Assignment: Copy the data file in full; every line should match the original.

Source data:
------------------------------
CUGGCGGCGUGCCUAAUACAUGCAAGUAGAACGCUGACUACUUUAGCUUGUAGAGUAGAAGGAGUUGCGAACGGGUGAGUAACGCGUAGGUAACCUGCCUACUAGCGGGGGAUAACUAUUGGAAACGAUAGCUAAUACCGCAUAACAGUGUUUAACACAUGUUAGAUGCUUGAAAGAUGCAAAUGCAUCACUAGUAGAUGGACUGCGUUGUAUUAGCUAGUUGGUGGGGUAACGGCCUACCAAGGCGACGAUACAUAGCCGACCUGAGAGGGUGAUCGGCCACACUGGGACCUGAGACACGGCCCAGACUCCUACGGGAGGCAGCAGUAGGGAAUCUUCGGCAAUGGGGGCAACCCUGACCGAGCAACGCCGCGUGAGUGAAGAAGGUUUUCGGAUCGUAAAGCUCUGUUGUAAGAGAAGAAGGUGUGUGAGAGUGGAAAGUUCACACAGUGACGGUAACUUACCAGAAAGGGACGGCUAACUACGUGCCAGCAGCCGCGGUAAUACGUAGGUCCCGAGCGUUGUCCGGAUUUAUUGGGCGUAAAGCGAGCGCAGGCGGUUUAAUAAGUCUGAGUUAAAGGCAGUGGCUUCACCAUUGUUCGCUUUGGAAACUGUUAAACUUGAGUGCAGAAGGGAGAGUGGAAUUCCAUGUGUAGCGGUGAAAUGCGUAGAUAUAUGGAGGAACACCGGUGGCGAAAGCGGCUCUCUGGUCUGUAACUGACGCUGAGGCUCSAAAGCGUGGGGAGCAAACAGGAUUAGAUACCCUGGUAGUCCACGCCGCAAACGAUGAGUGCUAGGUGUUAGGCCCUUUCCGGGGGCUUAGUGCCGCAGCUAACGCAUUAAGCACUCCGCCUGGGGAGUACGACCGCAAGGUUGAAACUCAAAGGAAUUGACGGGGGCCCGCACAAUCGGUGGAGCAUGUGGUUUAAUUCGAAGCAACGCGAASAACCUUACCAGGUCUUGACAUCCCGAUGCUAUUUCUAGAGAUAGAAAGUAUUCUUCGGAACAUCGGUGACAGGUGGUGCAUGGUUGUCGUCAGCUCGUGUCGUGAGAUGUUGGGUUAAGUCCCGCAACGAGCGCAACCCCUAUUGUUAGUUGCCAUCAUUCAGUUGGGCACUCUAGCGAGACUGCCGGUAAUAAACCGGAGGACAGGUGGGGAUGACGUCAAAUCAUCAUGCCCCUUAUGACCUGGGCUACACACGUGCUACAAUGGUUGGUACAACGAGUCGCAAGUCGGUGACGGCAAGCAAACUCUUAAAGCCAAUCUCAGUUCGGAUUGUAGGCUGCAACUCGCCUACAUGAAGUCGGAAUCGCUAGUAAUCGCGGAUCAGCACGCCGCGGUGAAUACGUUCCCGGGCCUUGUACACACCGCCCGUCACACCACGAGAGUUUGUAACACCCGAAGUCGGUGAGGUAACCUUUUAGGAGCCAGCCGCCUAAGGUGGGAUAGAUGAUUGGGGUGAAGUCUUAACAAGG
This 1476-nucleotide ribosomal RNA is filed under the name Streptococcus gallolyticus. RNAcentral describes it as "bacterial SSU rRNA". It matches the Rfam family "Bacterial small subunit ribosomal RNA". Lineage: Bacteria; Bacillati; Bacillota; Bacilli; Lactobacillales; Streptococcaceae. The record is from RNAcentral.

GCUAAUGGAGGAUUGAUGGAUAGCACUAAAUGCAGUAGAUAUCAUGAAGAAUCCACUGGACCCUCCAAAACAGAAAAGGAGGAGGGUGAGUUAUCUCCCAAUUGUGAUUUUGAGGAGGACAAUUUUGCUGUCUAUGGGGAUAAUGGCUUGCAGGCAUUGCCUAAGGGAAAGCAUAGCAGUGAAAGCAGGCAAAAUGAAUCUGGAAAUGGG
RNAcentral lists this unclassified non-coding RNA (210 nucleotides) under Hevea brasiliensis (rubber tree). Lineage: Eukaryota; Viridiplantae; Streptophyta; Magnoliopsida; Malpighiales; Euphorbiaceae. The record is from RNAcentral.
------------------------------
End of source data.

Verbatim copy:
CUGGCGGCGUGCCUAAUACAUGCAAGUAGAACGCUGACUACUUUAGCUUGUAGAGUAGAAGGAGUUGCGAACGGGUGAGUAACGCGUAGGUAACCUGCCUACUAGCGGGGGAUAACUAUUGGAAACGAUAGCUAAUACCGCAUAACAGUGUUUAACACAUGUUAGAUGCUUGAAAGAUGCAAAUGCAUCACUAGUAGAUGGACUGCGUUGUAUUAGCUAGUUGGUGGGGUAACGGCCUACCAAGGCGACGAUACAUAGCCGACCUGAGAGGGUGAUCGGCCACACUGGGACCUGAGACACGGCCCAGACUCCUACGGGAGGCAGCAGUAGGGAAUCUUCGGCAAUGGGGGCAACCCUGACCGAGCAACGCCGCGUGAGUGAAGAAGGUUUUCGGAUCGUAAAGCUCUGUUGUAAGAGAAGAAGGUGUGUGAGAGUGGAAAGUUCACACAGUGACGGUAACUUACCAGAAAGGGACGGCUAACUACGUGCCAGCAGCCGCGGUAAUACGUAGGUCCCGAGCGUUGUCCGGAUUUAUUGGGCGUAAAGCGAGCGCAGGCGGUUUAAUAAGUCUGAGUUAAAGGCAGUGGCUUCACCAUUGUUCGCUUUGGAAACUGUUAAACUUGAGUGCAGAAGGGAGAGUGGAAUUCCAUGUGUAGCGGUGAAAUGCGUAGAUAUAUGGAGGAACACCGGUGGCGAAAGCGGCUCUCUGGUCUGUAACUGACGCUGAGGCUCSAAAGCGUGGGGAGCAAACAGGAUUAGAUACCCUGGUAGUCCACGCCGCAAACGAUGAGUGCUAGGUGUUAGGCCCUUUCCGGGGGCUUAGUGCCGCAGCUAACGCAUUAAGCACUCCGCCUGGGGAGUACGACCGCAAGGUUGAAACUCAAAGGAAUUGACGGGGGCCCGCACAAUCGGUGGAGCAUGUGGUUUAAUUCGAAGCAACGCGAASAACCUUACCAGGUCUUGACAUCCCGAUGCUAUUUCUAGAGAUAGAAAGUAUUCUUCGGAACAUCGGUGACAGGUGGUGCAUGGUUGUCGUCAGCUCGUGUCGUGAGAUGUUGGGUUAAGUCCCGCAACGAGCGCAACCCCUAUUGUUAGUUGCCAUCAUUCAGUUGGGCACUCUAGCGAGACUGCCGGUAAUAAACCGGAGGACAGGUGGGGAUGACGUCAAAUCAUCAUGCCCCUUAUGACCUGGGCUACACACGUGCUACAAUGGUUGGUACAACGAGUCGCAAGUCGGUGACGGCAAGCAAACUCUUAAAGCCAAUCUCAGUUCGGAUUGUAGGCUGCAACUCGCCUACAUGAAGUCGGAAUCGCUAGUAAUCGCGGAUCAGCACGCCGCGGUGAAUACGUUCCCGGGCCUUGUACACACCGCCCGUCACACCACGAGAGUUUGUAACACCCGAAGUCGGUGAGGUAACCUUUUAGGAGCCAGCCGCCUAAGGUGGGAUAGAUGAUUGGGGUGAAGUCUUAACAAGG
This 1476-nucleotide ribosomal RNA is filed under the name Streptococcus gallolyticus. RNAcentral describes it as "bacterial SSU rRNA". It matches the Rfam family "Bacterial small subunit ribosomal RNA". Lineage: Bacteria; Bacillati; Bacillota; Bacilli; Lactobacillales; Streptococcaceae. The record is from RNAcentral.

GCUAAUGGAGGAUUGAUGGAUAGCACUAAAUGCAGUAGAUAUCAUGAAGAAUCCACUGGACCCUCCAAAACAGAAAAGGAGGAGGGUGAGUUAUCUCCCAAUUGUGAUUUUGAGGAGGACAAUUUUGCUGUCUAUGGGGAUAAUGGCUUGCAGGCAUUGCCUAAGGGAAAGCAUAGCAGUGAAAGCAGGCAAAAUGAAUCUGGAAAUGGG
RNAcentral lists this unclassified non-coding RNA (210 nucleotides) under Hevea brasiliensis (rubber tree). Lineage: Eukaryota; Viridiplantae; Streptophyta; Magnoliopsida; Malpighiales; Euphorbiaceae. The record is from RNAcentral.